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What are we dead to? When did we die? What exactly was it that died?

When I saw that the death pronounced on the first Adam was really prophetic of the last Adam’s death, it changed my take on this. By His death, we are all relieved of our ‘old man’ and are a new creation. The old has passed away and all things have become new. We have His life in us. Paul said that he was dead, yet he lived.

Paul also said that we are dead and our life is hid with Christ in God. This makes sense to me now. Because of the death Jesus died, all that old stuff we worry about, and call sin, does not count any more. We “died” with Him. We are raised with Him in new life. His life is in us. We don’t have to figure out how. It just is. And that is what will raise us bodily one day.

So, when Paul says to “put off the old man”, what is he saying? Is it something we can actually do? No.

Paul is saying to realize we are new – to quit thinking the old way. It’s an exhortation. We are new, through what Christ did. The sense in the original text is that it has been done and they (the Ephesians) had been taught this, and they were to realize it and act like it. We are new creations. Notify your mind and actions. Let grace teach you, not rules and laws. We have new life.

We do not “die daily”. We do not decrease so that He can increase. We do not put off the old man. It is already done. Jesus did it. When we see this, we walk in newness and freedom. It is joy unspeakable. All we have to do is be ourselves, except that we need to stop being our own worst enemy. God loves us to be us. We used to say, “Let go and let God.” We should do it.

He has done it all, given it all to us, and lives this life with us, in us. It’s a wonderful dance.


Jesus Fulfilled the Last Three Feasts

In this season of Christmas and Hanukkah, interest in the Jewish feasts is heightened. I hear it all around in my church. All Christians generally agree that Jesus fulfilled the first four of the seven Jewish feasts. But rarely does anyone teach that He fulfilled all the feasts. Well, He said it was finished, and it was. If we see that He more or less ended the appointed days with Pentecost, it may help. Still, it may not be chronological at all. They are only types and shadows of the true substance, which is Jesus.

I offer excerpts from three different sources, which show how one of each three “remaining” feasts is fulfilled.


The Fulfillment of the Feast of Trumpets

I believe that the truest fulfillment of this festival is Jesus’ offer of the New Covenant to all who would receive it.

“‘This cup is the new covenant in My blood, which is shed for you'” (Luke 22:20b).

We who have accepted the New Covenant remember this fact every time we take communion. The bread and the cup remind us of the cataclysmic events of the Lord’s death and resurrection. They remind us of our responsibilities in being New Covenant-people. We repent and show remorse for our sin in falling short of this high and holy calling. Through faith in the shed blood of Jesus, we receive the full and final atonement provided by the New Covenant.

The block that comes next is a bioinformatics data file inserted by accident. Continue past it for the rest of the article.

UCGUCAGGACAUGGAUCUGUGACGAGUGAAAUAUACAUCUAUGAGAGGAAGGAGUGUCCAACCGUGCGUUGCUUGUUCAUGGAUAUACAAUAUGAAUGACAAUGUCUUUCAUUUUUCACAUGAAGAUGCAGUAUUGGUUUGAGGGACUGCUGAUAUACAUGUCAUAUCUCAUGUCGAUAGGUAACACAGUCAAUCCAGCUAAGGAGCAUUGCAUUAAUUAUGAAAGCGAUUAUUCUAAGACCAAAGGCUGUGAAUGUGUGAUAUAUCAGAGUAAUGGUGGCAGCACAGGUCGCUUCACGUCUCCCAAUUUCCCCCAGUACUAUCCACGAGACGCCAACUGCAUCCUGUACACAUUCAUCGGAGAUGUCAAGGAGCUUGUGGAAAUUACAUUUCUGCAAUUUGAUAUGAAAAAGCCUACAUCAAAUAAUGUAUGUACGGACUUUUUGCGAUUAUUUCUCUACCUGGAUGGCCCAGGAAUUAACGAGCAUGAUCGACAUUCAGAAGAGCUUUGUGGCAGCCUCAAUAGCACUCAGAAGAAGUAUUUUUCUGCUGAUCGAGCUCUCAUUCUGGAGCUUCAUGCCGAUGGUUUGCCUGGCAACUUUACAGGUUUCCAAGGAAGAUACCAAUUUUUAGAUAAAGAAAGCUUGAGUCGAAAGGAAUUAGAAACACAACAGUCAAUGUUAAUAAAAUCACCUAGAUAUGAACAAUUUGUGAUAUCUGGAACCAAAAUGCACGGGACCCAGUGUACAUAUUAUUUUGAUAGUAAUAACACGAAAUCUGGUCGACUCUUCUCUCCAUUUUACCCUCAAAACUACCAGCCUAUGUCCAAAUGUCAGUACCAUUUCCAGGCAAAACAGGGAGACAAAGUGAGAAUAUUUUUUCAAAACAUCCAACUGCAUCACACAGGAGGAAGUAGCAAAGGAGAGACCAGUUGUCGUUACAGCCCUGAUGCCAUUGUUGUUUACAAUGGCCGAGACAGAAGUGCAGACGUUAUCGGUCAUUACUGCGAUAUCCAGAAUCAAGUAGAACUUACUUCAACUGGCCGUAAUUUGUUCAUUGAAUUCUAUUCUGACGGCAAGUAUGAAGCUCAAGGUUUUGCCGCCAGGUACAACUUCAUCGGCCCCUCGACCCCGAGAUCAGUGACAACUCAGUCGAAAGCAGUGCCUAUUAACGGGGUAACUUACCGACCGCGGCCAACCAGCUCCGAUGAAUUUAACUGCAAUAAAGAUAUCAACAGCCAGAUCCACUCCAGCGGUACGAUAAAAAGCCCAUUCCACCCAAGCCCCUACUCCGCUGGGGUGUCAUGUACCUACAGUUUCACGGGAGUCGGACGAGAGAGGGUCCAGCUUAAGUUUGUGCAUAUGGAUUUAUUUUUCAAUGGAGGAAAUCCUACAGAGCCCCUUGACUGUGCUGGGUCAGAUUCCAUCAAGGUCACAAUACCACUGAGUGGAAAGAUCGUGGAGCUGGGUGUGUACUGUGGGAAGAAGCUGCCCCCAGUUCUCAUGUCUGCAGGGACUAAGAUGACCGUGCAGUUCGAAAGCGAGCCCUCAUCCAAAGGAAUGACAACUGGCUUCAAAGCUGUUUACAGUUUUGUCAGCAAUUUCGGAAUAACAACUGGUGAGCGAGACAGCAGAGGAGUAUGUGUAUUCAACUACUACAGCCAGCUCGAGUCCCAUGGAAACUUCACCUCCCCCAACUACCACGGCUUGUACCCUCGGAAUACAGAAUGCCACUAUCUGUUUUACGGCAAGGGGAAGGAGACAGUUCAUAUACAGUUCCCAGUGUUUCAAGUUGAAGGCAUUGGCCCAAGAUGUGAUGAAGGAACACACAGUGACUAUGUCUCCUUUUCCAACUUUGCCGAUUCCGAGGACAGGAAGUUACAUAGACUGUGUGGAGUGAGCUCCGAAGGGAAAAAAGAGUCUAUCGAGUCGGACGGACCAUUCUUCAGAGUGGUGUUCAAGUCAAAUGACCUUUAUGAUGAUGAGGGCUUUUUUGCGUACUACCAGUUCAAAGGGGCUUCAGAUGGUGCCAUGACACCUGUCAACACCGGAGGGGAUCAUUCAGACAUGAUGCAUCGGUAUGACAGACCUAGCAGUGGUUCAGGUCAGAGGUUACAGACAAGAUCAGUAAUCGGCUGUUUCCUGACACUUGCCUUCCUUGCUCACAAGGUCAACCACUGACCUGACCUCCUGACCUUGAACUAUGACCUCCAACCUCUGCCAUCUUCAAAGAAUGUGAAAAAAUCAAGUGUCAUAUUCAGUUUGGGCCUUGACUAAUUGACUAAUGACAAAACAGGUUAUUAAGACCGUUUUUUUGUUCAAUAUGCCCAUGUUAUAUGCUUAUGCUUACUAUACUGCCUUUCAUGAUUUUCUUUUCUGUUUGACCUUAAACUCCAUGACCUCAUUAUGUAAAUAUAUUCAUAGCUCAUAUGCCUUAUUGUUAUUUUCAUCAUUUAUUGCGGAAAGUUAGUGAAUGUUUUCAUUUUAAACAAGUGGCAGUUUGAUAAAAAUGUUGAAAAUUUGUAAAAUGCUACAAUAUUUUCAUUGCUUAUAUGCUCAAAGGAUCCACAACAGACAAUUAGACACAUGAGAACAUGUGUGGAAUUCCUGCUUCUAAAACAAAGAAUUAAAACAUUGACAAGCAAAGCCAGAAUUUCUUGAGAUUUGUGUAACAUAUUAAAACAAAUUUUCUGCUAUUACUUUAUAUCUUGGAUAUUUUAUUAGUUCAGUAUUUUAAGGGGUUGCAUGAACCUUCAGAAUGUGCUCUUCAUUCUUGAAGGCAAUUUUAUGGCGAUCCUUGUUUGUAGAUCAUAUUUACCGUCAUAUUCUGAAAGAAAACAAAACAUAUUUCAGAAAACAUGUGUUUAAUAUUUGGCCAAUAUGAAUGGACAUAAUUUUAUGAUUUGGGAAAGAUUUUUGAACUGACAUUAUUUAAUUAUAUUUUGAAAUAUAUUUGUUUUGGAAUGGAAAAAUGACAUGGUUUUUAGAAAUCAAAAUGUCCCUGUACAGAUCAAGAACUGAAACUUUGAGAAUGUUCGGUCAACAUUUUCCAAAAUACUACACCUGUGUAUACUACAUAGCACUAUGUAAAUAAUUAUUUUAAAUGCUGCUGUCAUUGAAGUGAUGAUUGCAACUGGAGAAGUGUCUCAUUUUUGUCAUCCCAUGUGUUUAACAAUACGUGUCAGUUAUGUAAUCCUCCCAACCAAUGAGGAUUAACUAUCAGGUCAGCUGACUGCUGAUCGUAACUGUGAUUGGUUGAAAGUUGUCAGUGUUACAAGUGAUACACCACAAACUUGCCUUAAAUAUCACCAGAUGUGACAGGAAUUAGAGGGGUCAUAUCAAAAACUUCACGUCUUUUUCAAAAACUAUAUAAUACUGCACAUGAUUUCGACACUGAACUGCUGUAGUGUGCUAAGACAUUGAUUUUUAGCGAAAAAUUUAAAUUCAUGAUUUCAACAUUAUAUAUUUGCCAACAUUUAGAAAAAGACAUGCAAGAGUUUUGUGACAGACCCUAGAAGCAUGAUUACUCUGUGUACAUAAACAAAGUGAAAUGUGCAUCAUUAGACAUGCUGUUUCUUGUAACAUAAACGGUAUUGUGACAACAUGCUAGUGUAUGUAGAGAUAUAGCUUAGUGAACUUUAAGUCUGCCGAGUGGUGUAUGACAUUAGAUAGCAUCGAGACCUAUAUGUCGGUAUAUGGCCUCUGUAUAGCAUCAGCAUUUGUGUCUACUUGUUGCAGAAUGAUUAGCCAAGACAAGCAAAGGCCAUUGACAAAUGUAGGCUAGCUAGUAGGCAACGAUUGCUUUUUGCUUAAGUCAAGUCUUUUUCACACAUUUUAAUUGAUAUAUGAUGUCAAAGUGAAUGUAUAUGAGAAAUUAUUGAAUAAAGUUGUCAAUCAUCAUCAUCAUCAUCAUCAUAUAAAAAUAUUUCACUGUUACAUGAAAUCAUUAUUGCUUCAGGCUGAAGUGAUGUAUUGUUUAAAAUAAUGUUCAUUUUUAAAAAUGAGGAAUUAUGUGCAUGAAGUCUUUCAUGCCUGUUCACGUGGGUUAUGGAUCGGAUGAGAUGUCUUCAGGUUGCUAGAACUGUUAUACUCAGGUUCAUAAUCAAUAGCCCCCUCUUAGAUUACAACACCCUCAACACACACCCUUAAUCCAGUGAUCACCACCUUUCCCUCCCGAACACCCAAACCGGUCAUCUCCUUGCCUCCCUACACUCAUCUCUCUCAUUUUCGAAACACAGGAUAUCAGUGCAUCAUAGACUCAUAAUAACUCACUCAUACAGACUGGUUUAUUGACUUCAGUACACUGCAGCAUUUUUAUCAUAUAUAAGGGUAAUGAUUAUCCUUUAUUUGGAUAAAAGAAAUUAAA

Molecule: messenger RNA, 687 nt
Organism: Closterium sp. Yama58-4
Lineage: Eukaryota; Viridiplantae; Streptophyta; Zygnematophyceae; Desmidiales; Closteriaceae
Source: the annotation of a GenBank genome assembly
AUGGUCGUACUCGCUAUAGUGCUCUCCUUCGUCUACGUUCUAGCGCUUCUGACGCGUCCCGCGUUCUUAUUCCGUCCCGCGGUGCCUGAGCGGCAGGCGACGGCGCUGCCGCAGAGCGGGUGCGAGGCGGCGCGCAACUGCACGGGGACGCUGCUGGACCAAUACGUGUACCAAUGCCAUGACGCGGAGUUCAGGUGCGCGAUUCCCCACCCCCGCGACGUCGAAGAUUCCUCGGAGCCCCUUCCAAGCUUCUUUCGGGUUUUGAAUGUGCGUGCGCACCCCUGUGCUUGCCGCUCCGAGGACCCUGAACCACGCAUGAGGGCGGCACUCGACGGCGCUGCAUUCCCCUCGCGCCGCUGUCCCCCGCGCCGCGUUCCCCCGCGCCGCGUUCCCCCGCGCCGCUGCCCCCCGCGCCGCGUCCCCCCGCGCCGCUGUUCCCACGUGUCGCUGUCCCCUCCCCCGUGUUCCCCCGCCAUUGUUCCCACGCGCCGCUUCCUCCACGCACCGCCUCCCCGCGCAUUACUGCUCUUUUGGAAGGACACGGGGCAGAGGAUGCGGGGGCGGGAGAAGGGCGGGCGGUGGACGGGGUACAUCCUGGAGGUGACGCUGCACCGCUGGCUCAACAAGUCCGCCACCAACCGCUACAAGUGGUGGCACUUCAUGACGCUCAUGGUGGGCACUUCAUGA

This feast day should be self-evident in the atonement of Christ!

Yom Kippur [Heb. = day of atonement], in Judaism, the most sacred holy day, falling on the 10th day of the Jewish month of Tishri (usually late September or early October). It is a day of fasting and prayer for forgiveness for sins committed during the year. Jews gather in synagogues on the Eve of Yom Kippur, when the fast begins, and return the following morning to continue confessing, doing penance, and praying for forgiveness. The most solemn of the prayers, Kol Nidre, is chanted on the Eve of Yom Kippur. Biblical origins are found in Leviticus, where the priestly ritual of atonement is described.


On the last and greatest day of the Feast, Jesus stood and said in a loud voice, “If anyone is thirsty, let him come to me and drink. Whoever believes in me, as the Scripture has said, streams of living water will flow from within him.” (John 7:37-38). Presumably Jesus had been sitting as he taught. Here he stands and in a loud voice declares that he is the fulfillment of the Feast of Tabernacles.

On the final day he declared that it was fulfilled. No longer would the streams of water need to flow from the altar and down from the temple. Jesus was the sacrifice and as he said in John 2, he was the temple. He was the one who would be on the altar of the cross and have blood and water flow from his side and run down the hill to bring new life. Jesus brings a whole new meaning to their understanding of the Feast. Those who believe in Jesus will be sustained by the power of God and his Holy Spirit. It was not really about the Dead Sea or physical streams of water or the valleys growing crops. This harvest would come from the inside out. As with the Samaritans in John 4 this harvest would be a harvest of people for God’s kingdom.

I submit that if Jesus fulfilled the feast of tabernacles, He of necessity fulfilled all. The Feast of Tabernacles comes at the end of the last three feasts….! One thing that bothers me the most about the idea of future fulfillment for some prophecy, and parts of the Mosaic system, is that it disregards the finished work of Jesus. I often wonder what He must think of our blindness. We should be looking first to see if there already has been fulfillment, not believing the dispensationalists and pushing so much into the speculative future. Okay, now I feel better….

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